North Korea: Military parade shows off new ballistic missiles
When you subscribe we will use the information you provide to send you these newsletters.Sometimes they’ll include recommendations for other related newsletters or services we offer.Our Privacy Notice explains more about how we use your data, and your rights.You can unsubscribe at any time.
The North Korean despot was one of the only foreign leaders who didn’t congratulate Mr Biden on his presidential election win in November. During recent political speeches, he has also vowed to strengthen his nuclear weapons programme. North Korea is known for testing new US administrations with missile launches in an attempt to force the leaders back to the negotiating table.
Scott A Snyder, a senior fellow for Korea studies and director of the program on US-Korea policy at Council on Foreign Relations (CFR), warned North Korea could be a “catastrophic threat” to Mr Biden due to his predecessor Donald Trump.
He said: “President Obama warned president-elect Trump in November 2016 that the most vexing international security threat he would face would emanate from North Korea.
“Two nuclear tests, myriad long-range missile tests, and three Trump-Kim summits later, the magnitude and likelihood of North Korea posing a catastrophic threat to US national interests is greater than it was four years ago.”
Kim previously said there had been a major advancement in the hermit nation’s weapons technology earlier this year, before adding the regime is in the “final stage” of developing hypersonic weapons.
Speaking during a 30-minute televised speech, he said: “We are in the final stages of test-launching the intercontinental ballistic missile.”
Hypersonic missiles are said to be able to travel 4,000 miles per hour, potentially wiping out any region within three hours.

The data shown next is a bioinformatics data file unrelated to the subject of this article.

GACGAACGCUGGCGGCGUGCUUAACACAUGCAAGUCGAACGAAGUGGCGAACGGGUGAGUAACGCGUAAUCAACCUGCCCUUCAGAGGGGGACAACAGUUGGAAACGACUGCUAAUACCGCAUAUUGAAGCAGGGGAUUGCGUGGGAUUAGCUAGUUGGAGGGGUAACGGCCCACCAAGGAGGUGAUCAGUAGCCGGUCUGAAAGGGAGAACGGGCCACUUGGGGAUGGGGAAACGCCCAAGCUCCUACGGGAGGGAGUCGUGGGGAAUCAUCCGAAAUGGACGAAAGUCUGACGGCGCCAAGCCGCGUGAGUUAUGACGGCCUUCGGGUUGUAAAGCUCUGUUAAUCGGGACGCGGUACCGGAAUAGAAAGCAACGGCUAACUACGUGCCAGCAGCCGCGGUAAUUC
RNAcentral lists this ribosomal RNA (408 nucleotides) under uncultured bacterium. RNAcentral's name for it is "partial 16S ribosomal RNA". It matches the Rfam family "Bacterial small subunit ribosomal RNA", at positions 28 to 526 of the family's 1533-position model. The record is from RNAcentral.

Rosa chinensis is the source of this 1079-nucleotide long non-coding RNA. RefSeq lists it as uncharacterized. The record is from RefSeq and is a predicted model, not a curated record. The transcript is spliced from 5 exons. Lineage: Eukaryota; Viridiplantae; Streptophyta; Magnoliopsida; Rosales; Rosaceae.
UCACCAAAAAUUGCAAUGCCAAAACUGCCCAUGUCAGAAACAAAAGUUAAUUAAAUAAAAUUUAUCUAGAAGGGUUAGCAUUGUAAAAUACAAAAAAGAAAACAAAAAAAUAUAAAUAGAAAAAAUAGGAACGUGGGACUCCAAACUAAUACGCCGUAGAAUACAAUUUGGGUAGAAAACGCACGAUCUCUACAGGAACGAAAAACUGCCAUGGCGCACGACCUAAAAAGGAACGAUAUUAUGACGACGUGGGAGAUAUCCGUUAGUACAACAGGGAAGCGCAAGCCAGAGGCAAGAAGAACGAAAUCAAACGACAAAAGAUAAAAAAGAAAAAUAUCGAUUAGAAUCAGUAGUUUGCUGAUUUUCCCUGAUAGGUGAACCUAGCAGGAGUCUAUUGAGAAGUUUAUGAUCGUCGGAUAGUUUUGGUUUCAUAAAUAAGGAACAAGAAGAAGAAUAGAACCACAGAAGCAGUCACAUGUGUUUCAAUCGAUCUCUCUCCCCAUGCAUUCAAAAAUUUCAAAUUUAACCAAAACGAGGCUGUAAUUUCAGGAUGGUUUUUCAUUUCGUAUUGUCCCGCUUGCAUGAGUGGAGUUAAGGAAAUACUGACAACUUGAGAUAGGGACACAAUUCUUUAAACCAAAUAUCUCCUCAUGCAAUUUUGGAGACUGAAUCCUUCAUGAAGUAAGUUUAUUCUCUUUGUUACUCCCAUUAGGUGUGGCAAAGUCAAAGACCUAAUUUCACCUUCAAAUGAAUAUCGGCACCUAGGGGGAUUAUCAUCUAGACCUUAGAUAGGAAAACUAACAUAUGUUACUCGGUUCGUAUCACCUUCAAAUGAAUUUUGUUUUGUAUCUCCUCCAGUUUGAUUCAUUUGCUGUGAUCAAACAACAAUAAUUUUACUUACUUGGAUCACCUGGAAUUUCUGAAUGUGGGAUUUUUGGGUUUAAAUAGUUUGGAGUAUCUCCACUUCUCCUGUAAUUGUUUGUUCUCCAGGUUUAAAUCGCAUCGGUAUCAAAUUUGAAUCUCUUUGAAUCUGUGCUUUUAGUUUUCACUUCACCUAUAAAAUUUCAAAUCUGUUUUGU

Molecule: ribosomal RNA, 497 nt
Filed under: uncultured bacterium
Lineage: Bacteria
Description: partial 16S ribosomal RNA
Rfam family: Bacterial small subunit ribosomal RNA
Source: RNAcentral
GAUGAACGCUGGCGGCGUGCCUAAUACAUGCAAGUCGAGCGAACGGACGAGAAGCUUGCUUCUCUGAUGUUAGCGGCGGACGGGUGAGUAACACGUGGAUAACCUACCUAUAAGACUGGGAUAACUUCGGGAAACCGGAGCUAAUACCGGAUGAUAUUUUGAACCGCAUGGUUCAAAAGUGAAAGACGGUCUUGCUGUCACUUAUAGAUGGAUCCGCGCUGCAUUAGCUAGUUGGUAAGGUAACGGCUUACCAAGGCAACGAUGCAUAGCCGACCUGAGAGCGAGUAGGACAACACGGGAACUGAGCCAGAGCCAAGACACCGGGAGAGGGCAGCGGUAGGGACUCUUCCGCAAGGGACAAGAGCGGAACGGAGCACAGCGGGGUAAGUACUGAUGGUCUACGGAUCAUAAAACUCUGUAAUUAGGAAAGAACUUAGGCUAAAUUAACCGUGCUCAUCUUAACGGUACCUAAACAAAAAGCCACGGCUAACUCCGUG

Justin Hastings, a professor in International Relations at the University of Sydney, added the country could be at risk of pushing the US too far with its latest missile threats.
He told news.com.au: “North Korea has been developing increasingly sophisticated nuclear weapons and long-range missiles … and every time they test them it can lead to instability in the region.
“The US and its allies and the UN impose sanctions but at the same time North Korea behaves very provocatively.
“They staged drills 10 years ago which actually likely sank a South Korean warship.
“Every time they test a weapon there’s a potential for the breakout of war as there’s always a chance of miscalculation, or that they will push too far and the US won’t take any more.”
North Korea has previously spoken of a “close personal relationship” between Kim and Mr Trump.
Bill Gates correct with vision for future made in 1999 [INSIGHT]
South China Sea: War fears as Philippines threatens gunfire [REVEALED]
Covid may not have emerged in China says WHO scientist [VIDEO]
They met three times to discuss improving their relationship, as well as ending North Korea’s nuclear weapons programme.
In contrast, North Korea attacked Mr Biden last year by claiming he was in “the final stage of dementia”.
A spokesman said: “Such a guy had the temerity to dare slander the dignity of the supreme leadership of the DPRK.
“It was the last-ditch efforts of the rabid dog expediting his death.
“Rabid dogs like Biden can hurt lots of people if they are allowed to run about.
“They must be beaten to death with a stick, before it is too late.”
It is not clear what Mr Biden did to provoke this reaction.
Mr Biden has also made it clear his foreign policy priorities lie elsewhere, which could include getting back into a 2015 nuclear deal with Iran that Mr Trump previously withdrew from.
Leif-Eric Easley, a professor at Ewha University in Seoul, said the Biden administration’s “sequence of policy attention will likely be:
“Get America’s own house in order, strengthen US alliances and align strategies toward China and Russia, and then address Iran and North Korea.”
Source: Read Full Article